Cooling system seizures - This cause cuts into the gray area of piston seizure. A clogged cooling system on any machine can cause swift and serious temperature problems. However, no engine will ever experience a seizure purely as a result of inadequate cooling from the stock system. I have seen several 50+ mph modified boats run an entire trouble free season with a bone stock cooling system. These engines are not a statement of the effectiveness of the stock cooling system, but rather a statement to the benefits of having a professionally prepared high performance combination. The larger line and dual line cooling kits certainly have their merits on high output race engines that will be run at full throttle for extended periods of time. Their ability to more rapidly exchange away engine heat is a great asset on modified engines that are run at full throttle only. However, none of them can exchange away the excess heat created by a poorly prepared engine package. If you are experiencing chronic piston seizures of any kind, increased cooling may temporarily stave off the problem, however it will almost never cure it.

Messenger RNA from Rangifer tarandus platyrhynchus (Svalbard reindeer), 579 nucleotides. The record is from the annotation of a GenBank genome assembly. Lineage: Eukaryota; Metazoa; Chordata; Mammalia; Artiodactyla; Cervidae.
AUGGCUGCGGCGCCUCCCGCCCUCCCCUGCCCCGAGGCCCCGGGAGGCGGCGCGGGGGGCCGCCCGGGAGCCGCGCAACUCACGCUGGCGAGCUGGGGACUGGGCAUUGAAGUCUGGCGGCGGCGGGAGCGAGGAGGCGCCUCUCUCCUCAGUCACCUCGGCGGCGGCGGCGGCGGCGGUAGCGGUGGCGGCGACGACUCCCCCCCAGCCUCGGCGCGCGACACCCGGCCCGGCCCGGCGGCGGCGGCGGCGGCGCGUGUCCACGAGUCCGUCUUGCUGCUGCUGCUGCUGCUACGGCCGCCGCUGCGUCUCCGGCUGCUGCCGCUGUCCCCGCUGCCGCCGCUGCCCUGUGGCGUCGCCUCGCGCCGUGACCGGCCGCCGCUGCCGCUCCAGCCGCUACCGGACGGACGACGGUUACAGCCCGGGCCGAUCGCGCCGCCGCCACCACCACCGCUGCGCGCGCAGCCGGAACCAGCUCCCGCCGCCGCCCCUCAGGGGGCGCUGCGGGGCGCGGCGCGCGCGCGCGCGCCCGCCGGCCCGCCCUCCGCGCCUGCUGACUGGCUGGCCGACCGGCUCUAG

Piston clearances - As mentioned earlier, too little piston clearance is one of the most common "wrong" diagnoses made on seized watercraft engines. Most of today's watercrafts come brand new with cylinder clearances that are .001"-.002" over the recommended factory setup clearance. This extra clearance is an added protection against riders who don't follow the proper break-in procedure. If the clearance of a bored cylinder has been set at the factory recommended clearance, the close piston clearance by itself will not cause seizure. There is usually an added factor such as excessive compression or an air leak. If a piston if fitted with too little clearance, it will usually experience a four corner type seizure pattern. In most cases the ring will experience little or no damage. If this is the case, it's entirely safe to sand the score marks off the pistons and re-use them in the freshly honed cylinder.